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UCLA scientists strengthen case for life more than 3.8 billion years ago

ompressed so much that their minerals are very different from what they were originally," Harrison said.

Why Akilia Island in Greenland?

"Akilia Island was not the best place to search for evidence of early life; it's simply the place where it turned up," Harrison said.

"There's nothing special about Akilia Island," Manning said. "If life was there, it should have been abundant on Earth 3.83 billion years ago. The only place where that's been tested so far, also in Greenland, has come up positive."

One of the key methods for dating the rocks is by carefully analyzing cross-cutting intrusions made by igneous rocks, Manning said, adding, "Whatever is cross-cut must be older than that which is doing the cross-cutting. We went there to find these cross-cutting relationships, which we did."

The research on the Akilia rocks is federally funded by the National Science Foundation (http://www.nsf.gov/) and the NASA Astrobiology Institute (http://nai.arc.nasa.gov/), a partnership between NASA, 12 major U.S. teams and six international consortia.

Scientists look for evidence of life in ancient rocks like those from Akilia Island by searching for chemical suggestions and isotopic evidence. The very strong isotopic evidence for ancient life found in the 1996 study included a high ratio of one form of carbon--an isotope--to another, which provides a "signature of life," Mojzsis said.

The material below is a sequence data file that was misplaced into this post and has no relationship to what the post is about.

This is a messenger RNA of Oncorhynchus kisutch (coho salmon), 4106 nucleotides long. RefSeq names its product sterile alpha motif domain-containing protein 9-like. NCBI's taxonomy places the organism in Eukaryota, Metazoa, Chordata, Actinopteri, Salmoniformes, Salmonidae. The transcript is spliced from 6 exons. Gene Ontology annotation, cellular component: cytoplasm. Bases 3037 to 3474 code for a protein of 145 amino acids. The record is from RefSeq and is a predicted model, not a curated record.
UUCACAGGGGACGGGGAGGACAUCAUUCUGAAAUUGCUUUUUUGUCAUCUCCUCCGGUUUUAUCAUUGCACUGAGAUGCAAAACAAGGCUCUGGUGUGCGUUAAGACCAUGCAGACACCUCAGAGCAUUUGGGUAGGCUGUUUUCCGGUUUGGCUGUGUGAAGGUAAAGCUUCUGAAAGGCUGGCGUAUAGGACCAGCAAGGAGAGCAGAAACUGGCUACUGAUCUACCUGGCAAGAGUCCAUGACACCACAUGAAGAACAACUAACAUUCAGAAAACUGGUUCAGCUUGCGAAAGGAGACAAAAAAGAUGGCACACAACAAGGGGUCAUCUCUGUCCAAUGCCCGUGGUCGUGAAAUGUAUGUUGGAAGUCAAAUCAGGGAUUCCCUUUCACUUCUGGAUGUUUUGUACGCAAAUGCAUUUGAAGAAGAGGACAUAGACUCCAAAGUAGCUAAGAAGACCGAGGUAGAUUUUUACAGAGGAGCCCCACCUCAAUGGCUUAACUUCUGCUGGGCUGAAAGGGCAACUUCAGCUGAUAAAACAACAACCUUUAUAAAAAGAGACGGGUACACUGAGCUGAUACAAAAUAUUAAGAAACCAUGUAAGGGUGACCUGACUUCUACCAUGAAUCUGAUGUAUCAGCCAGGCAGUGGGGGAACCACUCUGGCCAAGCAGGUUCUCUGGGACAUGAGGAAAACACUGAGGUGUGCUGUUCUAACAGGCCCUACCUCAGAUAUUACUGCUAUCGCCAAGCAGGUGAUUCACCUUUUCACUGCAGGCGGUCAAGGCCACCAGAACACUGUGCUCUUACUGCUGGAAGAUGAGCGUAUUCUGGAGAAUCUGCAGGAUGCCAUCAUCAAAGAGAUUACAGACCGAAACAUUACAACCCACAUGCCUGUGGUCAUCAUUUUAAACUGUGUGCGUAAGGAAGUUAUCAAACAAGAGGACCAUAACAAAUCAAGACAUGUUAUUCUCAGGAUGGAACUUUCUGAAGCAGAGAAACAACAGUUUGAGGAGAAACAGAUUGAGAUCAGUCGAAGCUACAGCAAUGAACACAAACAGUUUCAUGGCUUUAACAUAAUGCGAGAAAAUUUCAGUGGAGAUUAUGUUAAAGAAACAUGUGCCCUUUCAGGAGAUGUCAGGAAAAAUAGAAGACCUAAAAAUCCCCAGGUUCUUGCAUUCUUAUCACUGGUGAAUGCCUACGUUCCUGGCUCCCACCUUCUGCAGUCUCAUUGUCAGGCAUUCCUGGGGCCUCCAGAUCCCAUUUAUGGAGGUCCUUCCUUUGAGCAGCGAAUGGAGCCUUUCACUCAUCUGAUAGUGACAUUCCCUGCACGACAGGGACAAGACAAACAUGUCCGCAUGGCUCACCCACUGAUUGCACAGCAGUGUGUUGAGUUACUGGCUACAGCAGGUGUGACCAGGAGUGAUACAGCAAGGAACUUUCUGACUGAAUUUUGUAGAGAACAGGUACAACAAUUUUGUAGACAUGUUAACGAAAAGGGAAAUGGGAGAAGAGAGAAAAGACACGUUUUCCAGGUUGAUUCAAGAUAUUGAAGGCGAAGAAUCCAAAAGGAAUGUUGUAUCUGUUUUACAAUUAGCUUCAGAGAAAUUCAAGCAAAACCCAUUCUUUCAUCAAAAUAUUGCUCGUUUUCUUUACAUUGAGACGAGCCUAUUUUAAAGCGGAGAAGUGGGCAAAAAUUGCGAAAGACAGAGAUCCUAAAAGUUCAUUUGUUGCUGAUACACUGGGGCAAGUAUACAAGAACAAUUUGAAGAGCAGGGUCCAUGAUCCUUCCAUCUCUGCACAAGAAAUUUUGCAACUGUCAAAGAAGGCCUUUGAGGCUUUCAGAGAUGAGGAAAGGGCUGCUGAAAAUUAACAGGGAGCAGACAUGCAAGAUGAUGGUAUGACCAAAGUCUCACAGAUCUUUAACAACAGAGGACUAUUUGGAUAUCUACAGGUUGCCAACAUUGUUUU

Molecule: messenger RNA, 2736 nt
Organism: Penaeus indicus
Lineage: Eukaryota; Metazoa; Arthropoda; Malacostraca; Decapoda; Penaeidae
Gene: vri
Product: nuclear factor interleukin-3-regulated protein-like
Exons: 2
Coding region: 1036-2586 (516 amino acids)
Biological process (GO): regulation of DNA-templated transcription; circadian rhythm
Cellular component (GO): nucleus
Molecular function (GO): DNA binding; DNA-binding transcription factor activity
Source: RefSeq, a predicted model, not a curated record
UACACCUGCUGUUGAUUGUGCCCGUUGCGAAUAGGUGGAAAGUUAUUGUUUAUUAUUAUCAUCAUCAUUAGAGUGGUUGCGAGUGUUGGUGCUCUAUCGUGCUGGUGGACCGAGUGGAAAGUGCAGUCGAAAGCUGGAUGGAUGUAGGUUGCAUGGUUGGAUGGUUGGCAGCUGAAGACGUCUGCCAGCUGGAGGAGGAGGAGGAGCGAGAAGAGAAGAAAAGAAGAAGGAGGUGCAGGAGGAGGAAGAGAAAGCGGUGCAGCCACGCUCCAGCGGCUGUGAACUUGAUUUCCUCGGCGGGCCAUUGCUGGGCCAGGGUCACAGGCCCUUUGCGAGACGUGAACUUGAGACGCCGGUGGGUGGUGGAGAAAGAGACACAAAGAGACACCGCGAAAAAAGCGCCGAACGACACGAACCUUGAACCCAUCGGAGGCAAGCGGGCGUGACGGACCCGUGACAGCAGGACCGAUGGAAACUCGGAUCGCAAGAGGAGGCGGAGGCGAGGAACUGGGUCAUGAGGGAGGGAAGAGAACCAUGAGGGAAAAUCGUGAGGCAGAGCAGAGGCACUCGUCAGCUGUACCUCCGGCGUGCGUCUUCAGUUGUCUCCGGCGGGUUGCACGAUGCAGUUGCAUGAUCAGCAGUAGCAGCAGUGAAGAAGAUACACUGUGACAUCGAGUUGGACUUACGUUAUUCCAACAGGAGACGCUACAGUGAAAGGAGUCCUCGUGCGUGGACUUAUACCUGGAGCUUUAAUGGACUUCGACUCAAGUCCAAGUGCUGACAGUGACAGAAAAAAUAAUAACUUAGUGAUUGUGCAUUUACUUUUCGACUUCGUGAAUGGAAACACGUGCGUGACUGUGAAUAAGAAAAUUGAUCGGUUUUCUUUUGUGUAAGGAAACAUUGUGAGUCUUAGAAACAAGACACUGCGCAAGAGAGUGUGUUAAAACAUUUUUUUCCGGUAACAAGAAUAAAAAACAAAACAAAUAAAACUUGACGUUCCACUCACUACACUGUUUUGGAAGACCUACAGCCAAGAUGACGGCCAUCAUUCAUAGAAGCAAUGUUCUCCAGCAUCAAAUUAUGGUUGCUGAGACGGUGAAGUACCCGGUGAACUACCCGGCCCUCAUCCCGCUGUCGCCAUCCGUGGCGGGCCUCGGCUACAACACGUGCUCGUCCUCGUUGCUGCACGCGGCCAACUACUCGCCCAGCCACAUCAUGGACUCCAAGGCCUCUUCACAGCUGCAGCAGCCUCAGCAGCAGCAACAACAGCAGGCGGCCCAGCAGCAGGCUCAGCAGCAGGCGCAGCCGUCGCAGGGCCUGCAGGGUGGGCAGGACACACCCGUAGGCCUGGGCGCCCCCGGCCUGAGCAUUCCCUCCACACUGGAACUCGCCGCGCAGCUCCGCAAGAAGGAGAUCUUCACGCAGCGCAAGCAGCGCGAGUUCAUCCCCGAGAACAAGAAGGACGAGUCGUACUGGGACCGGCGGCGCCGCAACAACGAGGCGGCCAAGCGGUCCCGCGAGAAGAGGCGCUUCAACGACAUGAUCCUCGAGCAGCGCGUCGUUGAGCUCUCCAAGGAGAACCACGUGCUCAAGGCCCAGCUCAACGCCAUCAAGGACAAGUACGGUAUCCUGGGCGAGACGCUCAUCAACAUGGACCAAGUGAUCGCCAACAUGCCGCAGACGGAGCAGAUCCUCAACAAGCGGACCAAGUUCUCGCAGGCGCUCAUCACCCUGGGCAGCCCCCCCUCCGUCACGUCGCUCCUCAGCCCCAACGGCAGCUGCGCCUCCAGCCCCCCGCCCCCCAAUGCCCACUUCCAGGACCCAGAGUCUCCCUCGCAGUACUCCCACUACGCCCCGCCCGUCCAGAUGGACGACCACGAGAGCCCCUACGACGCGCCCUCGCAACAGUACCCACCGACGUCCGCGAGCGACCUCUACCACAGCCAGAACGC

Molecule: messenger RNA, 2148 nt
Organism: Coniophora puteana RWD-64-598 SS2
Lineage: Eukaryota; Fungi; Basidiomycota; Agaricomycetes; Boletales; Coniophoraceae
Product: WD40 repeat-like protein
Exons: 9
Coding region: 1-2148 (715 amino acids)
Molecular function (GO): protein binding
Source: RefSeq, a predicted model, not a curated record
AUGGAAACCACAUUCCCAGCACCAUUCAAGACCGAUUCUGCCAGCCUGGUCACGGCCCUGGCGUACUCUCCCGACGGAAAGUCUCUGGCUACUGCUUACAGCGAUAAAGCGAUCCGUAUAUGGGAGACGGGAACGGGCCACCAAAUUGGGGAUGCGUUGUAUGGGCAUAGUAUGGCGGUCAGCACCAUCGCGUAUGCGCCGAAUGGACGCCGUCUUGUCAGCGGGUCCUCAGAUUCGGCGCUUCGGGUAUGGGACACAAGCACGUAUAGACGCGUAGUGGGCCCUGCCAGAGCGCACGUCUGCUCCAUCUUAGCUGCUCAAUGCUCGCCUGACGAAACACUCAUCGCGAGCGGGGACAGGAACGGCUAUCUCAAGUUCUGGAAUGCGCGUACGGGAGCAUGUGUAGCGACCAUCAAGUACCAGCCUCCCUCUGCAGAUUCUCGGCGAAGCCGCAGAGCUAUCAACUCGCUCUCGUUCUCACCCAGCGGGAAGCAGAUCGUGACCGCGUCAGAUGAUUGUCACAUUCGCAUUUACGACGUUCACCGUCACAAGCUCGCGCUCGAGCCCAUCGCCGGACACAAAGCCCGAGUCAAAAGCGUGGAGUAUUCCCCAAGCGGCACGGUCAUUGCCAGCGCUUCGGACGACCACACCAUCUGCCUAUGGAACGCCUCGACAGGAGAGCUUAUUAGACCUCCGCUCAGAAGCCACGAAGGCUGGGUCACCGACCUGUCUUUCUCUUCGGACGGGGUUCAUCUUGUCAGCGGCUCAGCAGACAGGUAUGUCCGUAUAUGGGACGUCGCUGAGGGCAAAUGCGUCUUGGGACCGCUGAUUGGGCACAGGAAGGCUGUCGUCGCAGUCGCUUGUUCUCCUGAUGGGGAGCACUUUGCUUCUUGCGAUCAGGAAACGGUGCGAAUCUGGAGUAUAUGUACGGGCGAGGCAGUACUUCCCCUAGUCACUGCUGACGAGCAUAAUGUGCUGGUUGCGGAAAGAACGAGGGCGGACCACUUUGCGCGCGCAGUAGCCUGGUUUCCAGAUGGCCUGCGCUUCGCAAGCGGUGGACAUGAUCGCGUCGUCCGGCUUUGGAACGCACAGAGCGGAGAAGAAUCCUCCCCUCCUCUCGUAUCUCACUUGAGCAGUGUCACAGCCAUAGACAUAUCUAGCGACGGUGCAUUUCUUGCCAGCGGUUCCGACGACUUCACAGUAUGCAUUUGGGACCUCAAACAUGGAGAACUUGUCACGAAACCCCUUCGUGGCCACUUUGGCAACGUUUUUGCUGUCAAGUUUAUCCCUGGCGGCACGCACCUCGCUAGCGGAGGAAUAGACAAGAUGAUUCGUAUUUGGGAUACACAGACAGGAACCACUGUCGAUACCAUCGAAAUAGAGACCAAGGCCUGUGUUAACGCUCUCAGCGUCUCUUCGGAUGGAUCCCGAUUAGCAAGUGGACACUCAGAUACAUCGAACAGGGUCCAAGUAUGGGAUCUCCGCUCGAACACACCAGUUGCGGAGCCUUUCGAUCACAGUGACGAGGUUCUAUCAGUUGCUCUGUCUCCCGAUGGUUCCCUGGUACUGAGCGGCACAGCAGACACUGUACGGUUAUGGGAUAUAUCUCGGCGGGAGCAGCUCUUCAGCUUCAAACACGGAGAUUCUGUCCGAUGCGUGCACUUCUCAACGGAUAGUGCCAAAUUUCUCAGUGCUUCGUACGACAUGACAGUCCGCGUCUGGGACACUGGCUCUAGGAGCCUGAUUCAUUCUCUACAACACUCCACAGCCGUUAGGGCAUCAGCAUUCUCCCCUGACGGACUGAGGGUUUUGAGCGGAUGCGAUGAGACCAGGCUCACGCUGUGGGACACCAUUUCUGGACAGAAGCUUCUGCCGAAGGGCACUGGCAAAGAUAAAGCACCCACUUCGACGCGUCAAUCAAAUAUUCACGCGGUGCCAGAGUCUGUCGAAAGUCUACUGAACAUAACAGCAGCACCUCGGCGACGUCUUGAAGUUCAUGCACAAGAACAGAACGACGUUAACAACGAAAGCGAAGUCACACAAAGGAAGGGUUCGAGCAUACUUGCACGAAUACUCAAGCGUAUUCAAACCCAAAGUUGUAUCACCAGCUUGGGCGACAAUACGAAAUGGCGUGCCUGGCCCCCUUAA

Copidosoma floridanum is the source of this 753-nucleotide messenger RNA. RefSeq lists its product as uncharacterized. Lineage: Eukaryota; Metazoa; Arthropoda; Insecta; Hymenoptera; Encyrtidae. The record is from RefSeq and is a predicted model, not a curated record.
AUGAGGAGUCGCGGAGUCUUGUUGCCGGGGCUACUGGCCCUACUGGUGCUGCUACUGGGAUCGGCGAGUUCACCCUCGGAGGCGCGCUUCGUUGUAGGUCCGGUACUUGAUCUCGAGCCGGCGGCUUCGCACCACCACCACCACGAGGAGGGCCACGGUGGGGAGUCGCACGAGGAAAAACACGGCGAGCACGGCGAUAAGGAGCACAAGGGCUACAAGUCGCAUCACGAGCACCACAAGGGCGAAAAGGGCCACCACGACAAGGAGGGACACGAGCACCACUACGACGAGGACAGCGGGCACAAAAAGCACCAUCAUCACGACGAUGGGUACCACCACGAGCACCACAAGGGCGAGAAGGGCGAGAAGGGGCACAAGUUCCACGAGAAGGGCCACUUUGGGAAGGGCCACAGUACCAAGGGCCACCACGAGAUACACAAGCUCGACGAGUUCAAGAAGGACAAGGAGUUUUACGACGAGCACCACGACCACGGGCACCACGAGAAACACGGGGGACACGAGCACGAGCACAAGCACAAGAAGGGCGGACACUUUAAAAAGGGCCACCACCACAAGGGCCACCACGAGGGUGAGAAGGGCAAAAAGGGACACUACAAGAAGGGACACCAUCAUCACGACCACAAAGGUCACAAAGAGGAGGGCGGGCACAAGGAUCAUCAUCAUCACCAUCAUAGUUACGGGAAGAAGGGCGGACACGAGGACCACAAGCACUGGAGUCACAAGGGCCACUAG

The carbon aggregates in the rocks have a ratio of about 100-to-one of 12C (the most common isotope form of carbon, containing six protons and six neutrons) to 13C (a rarer isotopic form of carbon, containing six protons and seven neutrons). The light carbon, 12C, is more than 3 percent more abundant than scientists would expect to find if life were not present, and 3 percent is very significant, Harrison said.

Carbon inclusions in the rocks were analyzed w
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Source:University of California - Los Angeles


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